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Thanks rayc. Is this correct: I had a trigger My wife Monique said on bad soil yesterday who activate the tyre pressure light. But tyre pressures were correct. TPMS is real pressure. I do not have TPMS and was not even Aware i had a warning via the ABS sensors. Anyway it is warning to look at your tyres. The ABS has a RESET button in the Glove Box.
userSteve928
Posted: 8 September 2020 9:03 PM
Subject: RE: Tyre Pressure.
 


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p
Keithl - 2020-09-08 8:38 PM

The first has a transmitter inside each wheel and a receiver or aerial nearby to receive the signal which is then relayed to the dash display.

Keith.


For info. on the X290 there is only one receiver (located above the rear of the front sub-frame as pictured) as opposed to individual receivers near each wheel.. The individual wheel sensor positions are then determined using WAL (Wireless Auto-Locate) which is based upon RF signal strength.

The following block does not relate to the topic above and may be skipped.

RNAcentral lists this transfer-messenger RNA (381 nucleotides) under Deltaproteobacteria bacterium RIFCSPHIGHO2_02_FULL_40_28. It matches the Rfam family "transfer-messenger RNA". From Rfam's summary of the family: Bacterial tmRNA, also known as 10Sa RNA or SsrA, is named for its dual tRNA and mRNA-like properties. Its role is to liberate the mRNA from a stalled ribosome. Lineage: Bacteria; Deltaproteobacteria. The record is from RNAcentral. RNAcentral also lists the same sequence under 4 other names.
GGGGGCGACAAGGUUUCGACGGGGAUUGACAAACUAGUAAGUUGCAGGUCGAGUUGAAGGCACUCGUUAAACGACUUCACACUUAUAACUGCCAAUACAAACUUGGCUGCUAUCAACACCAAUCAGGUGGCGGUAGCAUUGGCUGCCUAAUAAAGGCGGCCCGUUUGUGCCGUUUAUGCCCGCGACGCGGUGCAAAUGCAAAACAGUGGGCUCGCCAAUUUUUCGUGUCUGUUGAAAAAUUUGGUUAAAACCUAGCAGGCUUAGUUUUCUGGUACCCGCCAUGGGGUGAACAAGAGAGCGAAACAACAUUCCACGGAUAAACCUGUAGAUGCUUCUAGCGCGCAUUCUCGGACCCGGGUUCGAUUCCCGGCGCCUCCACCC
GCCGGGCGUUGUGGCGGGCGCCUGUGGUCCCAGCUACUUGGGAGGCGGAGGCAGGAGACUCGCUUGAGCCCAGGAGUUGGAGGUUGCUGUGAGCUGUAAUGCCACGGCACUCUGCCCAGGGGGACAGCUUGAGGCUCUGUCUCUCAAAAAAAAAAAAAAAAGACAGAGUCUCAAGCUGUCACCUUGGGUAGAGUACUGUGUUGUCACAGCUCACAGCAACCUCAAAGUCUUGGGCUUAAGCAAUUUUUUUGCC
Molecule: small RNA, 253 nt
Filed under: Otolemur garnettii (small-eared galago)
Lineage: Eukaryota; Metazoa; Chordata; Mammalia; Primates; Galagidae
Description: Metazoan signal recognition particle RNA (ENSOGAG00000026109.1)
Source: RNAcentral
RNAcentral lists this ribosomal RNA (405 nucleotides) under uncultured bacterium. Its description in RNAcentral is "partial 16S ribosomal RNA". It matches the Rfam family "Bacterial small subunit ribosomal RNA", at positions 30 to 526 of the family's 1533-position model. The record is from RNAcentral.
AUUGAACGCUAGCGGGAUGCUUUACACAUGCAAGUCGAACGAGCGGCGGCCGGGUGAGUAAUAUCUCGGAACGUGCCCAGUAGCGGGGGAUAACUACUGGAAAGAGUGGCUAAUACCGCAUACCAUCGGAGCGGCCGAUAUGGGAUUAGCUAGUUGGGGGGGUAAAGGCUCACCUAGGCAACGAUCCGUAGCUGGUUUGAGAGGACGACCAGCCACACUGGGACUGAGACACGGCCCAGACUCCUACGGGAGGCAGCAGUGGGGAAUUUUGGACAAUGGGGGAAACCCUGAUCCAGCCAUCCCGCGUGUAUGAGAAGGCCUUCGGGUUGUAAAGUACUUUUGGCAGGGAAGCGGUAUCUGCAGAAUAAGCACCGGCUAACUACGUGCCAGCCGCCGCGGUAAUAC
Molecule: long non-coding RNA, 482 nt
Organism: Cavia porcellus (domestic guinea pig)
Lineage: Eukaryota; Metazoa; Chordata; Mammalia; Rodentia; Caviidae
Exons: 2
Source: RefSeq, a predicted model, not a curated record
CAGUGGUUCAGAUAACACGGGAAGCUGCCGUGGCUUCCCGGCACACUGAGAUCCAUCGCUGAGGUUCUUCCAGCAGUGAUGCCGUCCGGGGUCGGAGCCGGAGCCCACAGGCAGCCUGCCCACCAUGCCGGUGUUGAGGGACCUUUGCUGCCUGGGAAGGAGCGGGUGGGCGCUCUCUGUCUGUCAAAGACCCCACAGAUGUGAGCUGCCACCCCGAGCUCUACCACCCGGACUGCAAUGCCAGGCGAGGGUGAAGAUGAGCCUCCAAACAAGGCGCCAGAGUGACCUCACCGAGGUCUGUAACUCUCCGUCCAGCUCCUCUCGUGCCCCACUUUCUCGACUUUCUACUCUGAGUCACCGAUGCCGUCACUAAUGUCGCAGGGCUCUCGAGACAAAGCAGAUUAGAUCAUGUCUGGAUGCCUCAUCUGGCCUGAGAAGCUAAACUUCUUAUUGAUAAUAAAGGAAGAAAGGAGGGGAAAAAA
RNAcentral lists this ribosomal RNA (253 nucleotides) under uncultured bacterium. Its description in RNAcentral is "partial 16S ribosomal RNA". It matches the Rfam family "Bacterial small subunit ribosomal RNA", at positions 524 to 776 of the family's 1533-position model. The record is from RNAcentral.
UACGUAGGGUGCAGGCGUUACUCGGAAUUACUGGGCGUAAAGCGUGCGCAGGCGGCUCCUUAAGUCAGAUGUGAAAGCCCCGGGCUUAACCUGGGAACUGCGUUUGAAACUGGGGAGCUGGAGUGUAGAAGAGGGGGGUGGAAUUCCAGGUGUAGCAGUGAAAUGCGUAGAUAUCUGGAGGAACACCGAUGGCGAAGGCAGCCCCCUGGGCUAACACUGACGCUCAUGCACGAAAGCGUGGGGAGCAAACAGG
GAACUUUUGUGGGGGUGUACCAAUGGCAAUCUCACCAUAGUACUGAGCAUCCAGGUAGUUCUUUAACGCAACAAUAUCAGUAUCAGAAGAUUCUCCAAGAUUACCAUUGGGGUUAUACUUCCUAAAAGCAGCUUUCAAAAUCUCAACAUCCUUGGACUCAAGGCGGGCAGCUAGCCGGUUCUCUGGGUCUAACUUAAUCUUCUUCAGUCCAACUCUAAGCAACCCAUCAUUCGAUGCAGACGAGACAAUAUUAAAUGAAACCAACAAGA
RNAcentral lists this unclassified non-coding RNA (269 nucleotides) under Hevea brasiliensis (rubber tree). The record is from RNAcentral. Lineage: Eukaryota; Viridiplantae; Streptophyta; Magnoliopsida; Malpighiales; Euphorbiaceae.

(module 2.JPG)



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Attachments module 2.JPG (41KB - 6 downloads)
userHans
Posted: 8 September 2020 9:10 PM
Subject: RE: Tyre Pressure.
 


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Thanks Keithl.
userHans
Posted: 8 September 2020 9:30 PM
Subject: RE: Tyre Pressure.
 


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Steve nice capture picture. If looking front is it left or right. Is LHD Or RHD different? Huge questions coming from the club.
userDerek Uzzell
Posted: 9 September 2020 9:13 AM
Subject: RE: Tyre Pressure.